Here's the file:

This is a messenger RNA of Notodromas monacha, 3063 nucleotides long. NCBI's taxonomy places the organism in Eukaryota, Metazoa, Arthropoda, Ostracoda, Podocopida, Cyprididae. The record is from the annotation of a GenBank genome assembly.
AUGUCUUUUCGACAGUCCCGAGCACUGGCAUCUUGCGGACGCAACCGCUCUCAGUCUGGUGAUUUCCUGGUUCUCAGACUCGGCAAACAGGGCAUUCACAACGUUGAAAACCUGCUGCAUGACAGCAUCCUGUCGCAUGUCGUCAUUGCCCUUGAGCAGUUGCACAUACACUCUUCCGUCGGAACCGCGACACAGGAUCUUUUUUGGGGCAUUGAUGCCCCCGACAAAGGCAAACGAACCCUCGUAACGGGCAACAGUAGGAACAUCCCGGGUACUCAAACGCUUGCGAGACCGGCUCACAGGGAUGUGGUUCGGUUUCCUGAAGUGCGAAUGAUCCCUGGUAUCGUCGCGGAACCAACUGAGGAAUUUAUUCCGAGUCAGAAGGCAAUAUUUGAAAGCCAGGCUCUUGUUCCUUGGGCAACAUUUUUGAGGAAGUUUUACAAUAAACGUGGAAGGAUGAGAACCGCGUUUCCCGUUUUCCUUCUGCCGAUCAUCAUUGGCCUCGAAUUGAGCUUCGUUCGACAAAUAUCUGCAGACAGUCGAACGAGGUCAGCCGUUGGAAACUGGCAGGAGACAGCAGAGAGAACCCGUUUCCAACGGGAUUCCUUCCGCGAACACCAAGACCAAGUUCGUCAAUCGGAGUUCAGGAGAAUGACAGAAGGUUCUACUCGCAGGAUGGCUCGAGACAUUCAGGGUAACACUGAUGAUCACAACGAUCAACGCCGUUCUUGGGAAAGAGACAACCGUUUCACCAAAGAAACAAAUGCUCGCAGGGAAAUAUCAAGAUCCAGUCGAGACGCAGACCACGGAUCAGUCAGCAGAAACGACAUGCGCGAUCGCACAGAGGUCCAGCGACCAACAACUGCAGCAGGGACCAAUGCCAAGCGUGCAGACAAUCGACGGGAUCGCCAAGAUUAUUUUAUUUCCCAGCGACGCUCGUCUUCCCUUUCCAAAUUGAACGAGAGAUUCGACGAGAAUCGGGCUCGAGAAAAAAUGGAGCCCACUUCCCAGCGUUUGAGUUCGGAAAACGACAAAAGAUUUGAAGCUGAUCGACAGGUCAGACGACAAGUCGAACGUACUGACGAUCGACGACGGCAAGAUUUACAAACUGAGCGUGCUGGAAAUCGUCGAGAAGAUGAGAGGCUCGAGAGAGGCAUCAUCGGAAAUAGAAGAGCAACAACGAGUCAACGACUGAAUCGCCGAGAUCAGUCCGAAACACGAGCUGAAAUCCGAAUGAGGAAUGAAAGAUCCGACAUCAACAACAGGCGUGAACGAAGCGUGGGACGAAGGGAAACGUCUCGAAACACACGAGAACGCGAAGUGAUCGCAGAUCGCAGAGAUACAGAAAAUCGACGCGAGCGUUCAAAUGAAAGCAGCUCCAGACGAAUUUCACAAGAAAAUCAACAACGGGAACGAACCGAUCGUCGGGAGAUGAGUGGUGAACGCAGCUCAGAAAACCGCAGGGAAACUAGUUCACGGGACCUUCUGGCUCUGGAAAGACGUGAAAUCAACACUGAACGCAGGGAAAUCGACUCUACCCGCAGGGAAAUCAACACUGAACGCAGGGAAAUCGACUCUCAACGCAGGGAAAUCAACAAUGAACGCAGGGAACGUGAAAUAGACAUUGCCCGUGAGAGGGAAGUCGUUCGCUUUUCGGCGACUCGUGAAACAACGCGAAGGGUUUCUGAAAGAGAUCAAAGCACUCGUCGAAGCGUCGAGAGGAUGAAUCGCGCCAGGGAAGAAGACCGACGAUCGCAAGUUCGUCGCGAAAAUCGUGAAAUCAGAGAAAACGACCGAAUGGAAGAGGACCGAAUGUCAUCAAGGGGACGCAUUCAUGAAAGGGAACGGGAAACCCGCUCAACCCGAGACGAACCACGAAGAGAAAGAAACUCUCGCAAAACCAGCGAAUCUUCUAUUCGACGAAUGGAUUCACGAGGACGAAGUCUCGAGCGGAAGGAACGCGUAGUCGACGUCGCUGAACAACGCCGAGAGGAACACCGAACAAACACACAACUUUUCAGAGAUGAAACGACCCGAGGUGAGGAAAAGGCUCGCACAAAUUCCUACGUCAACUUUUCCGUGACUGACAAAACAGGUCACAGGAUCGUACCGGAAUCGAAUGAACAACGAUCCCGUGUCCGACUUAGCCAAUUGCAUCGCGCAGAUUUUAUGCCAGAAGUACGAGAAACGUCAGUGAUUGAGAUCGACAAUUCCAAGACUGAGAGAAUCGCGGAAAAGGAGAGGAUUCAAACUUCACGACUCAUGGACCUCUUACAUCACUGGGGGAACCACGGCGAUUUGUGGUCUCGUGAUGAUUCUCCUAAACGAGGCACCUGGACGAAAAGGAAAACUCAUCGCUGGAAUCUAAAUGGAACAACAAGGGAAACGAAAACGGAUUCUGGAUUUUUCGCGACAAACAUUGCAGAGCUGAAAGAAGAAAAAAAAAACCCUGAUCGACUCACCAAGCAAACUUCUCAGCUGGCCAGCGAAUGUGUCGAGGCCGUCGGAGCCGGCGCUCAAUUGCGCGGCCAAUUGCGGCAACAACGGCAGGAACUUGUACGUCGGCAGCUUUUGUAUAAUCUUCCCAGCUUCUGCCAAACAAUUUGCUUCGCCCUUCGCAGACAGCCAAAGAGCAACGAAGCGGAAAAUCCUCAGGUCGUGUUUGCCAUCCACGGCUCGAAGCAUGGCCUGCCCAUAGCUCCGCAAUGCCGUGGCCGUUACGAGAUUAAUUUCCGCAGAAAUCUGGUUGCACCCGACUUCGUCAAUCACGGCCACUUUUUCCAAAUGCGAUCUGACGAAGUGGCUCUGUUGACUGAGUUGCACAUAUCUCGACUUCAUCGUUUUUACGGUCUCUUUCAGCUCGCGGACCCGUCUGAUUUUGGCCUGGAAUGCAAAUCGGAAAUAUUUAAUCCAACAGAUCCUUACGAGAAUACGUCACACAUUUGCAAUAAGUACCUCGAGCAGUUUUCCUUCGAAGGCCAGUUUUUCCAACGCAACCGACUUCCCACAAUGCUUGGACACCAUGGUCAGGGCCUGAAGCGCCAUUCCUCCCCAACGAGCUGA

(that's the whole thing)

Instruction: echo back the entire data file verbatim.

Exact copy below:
This is a messenger RNA of Notodromas monacha, 3063 nucleotides long. NCBI's taxonomy places the organism in Eukaryota, Metazoa, Arthropoda, Ostracoda, Podocopida, Cyprididae. The record is from the annotation of a GenBank genome assembly.
AUGUCUUUUCGACAGUCCCGAGCACUGGCAUCUUGCGGACGCAACCGCUCUCAGUCUGGUGAUUUCCUGGUUCUCAGACUCGGCAAACAGGGCAUUCACAACGUUGAAAACCUGCUGCAUGACAGCAUCCUGUCGCAUGUCGUCAUUGCCCUUGAGCAGUUGCACAUACACUCUUCCGUCGGAACCGCGACACAGGAUCUUUUUUGGGGCAUUGAUGCCCCCGACAAAGGCAAACGAACCCUCGUAACGGGCAACAGUAGGAACAUCCCGGGUACUCAAACGCUUGCGAGACCGGCUCACAGGGAUGUGGUUCGGUUUCCUGAAGUGCGAAUGAUCCCUGGUAUCGUCGCGGAACCAACUGAGGAAUUUAUUCCGAGUCAGAAGGCAAUAUUUGAAAGCCAGGCUCUUGUUCCUUGGGCAACAUUUUUGAGGAAGUUUUACAAUAAACGUGGAAGGAUGAGAACCGCGUUUCCCGUUUUCCUUCUGCCGAUCAUCAUUGGCCUCGAAUUGAGCUUCGUUCGACAAAUAUCUGCAGACAGUCGAACGAGGUCAGCCGUUGGAAACUGGCAGGAGACAGCAGAGAGAACCCGUUUCCAACGGGAUUCCUUCCGCGAACACCAAGACCAAGUUCGUCAAUCGGAGUUCAGGAGAAUGACAGAAGGUUCUACUCGCAGGAUGGCUCGAGACAUUCAGGGUAACACUGAUGAUCACAACGAUCAACGCCGUUCUUGGGAAAGAGACAACCGUUUCACCAAAGAAACAAAUGCUCGCAGGGAAAUAUCAAGAUCCAGUCGAGACGCAGACCACGGAUCAGUCAGCAGAAACGACAUGCGCGAUCGCACAGAGGUCCAGCGACCAACAACUGCAGCAGGGACCAAUGCCAAGCGUGCAGACAAUCGACGGGAUCGCCAAGAUUAUUUUAUUUCCCAGCGACGCUCGUCUUCCCUUUCCAAAUUGAACGAGAGAUUCGACGAGAAUCGGGCUCGAGAAAAAAUGGAGCCCACUUCCCAGCGUUUGAGUUCGGAAAACGACAAAAGAUUUGAAGCUGAUCGACAGGUCAGACGACAAGUCGAACGUACUGACGAUCGACGACGGCAAGAUUUACAAACUGAGCGUGCUGGAAAUCGUCGAGAAGAUGAGAGGCUCGAGAGAGGCAUCAUCGGAAAUAGAAGAGCAACAACGAGUCAACGACUGAAUCGCCGAGAUCAGUCCGAAACACGAGCUGAAAUCCGAAUGAGGAAUGAAAGAUCCGACAUCAACAACAGGCGUGAACGAAGCGUGGGACGAAGGGAAACGUCUCGAAACACACGAGAACGCGAAGUGAUCGCAGAUCGCAGAGAUACAGAAAAUCGACGCGAGCGUUCAAAUGAAAGCAGCUCCAGACGAAUUUCACAAGAAAAUCAACAACGGGAACGAACCGAUCGUCGGGAGAUGAGUGGUGAACGCAGCUCAGAAAACCGCAGGGAAACUAGUUCACGGGACCUUCUGGCUCUGGAAAGACGUGAAAUCAACACUGAACGCAGGGAAAUCGACUCUACCCGCAGGGAAAUCAACACUGAACGCAGGGAAAUCGACUCUCAACGCAGGGAAAUCAACAAUGAACGCAGGGAACGUGAAAUAGACAUUGCCCGUGAGAGGGAAGUCGUUCGCUUUUCGGCGACUCGUGAAACAACGCGAAGGGUUUCUGAAAGAGAUCAAAGCACUCGUCGAAGCGUCGAGAGGAUGAAUCGCGCCAGGGAAGAAGACCGACGAUCGCAAGUUCGUCGCGAAAAUCGUGAAAUCAGAGAAAACGACCGAAUGGAAGAGGACCGAAUGUCAUCAAGGGGACGCAUUCAUGAAAGGGAACGGGAAACCCGCUCAACCCGAGACGAACCACGAAGAGAAAGAAACUCUCGCAAAACCAGCGAAUCUUCUAUUCGACGAAUGGAUUCACGAGGACGAAGUCUCGAGCGGAAGGAACGCGUAGUCGACGUCGCUGAACAACGCCGAGAGGAACACCGAACAAACACACAACUUUUCAGAGAUGAAACGACCCGAGGUGAGGAAAAGGCUCGCACAAAUUCCUACGUCAACUUUUCCGUGACUGACAAAACAGGUCACAGGAUCGUACCGGAAUCGAAUGAACAACGAUCCCGUGUCCGACUUAGCCAAUUGCAUCGCGCAGAUUUUAUGCCAGAAGUACGAGAAACGUCAGUGAUUGAGAUCGACAAUUCCAAGACUGAGAGAAUCGCGGAAAAGGAGAGGAUUCAAACUUCACGACUCAUGGACCUCUUACAUCACUGGGGGAACCACGGCGAUUUGUGGUCUCGUGAUGAUUCUCCUAAACGAGGCACCUGGACGAAAAGGAAAACUCAUCGCUGGAAUCUAAAUGGAACAACAAGGGAAACGAAAACGGAUUCUGGAUUUUUCGCGACAAACAUUGCAGAGCUGAAAGAAGAAAAAAAAAACCCUGAUCGACUCACCAAGCAAACUUCUCAGCUGGCCAGCGAAUGUGUCGAGGCCGUCGGAGCCGGCGCUCAAUUGCGCGGCCAAUUGCGGCAACAACGGCAGGAACUUGUACGUCGGCAGCUUUUGUAUAAUCUUCCCAGCUUCUGCCAAACAAUUUGCUUCGCCCUUCGCAGACAGCCAAAGAGCAACGAAGCGGAAAAUCCUCAGGUCGUGUUUGCCAUCCACGGCUCGAAGCAUGGCCUGCCCAUAGCUCCGCAAUGCCGUGGCCGUUACGAGAUUAAUUUCCGCAGAAAUCUGGUUGCACCCGACUUCGUCAAUCACGGCCACUUUUUCCAAAUGCGAUCUGACGAAGUGGCUCUGUUGACUGAGUUGCACAUAUCUCGACUUCAUCGUUUUUACGGUCUCUUUCAGCUCGCGGACCCGUCUGAUUUUGGCCUGGAAUGCAAAUCGGAAAUAUUUAAUCCAACAGAUCCUUACGAGAAUACGUCACACAUUUGCAAUAAGUACCUCGAGCAGUUUUCCUUCGAAGGCCAGUUUUUCCAACGCAACCGACUUCCCACAAUGCUUGGACACCAUGGUCAGGGCCUGAAGCGCCAUUCCUCCCCAACGAGCUGA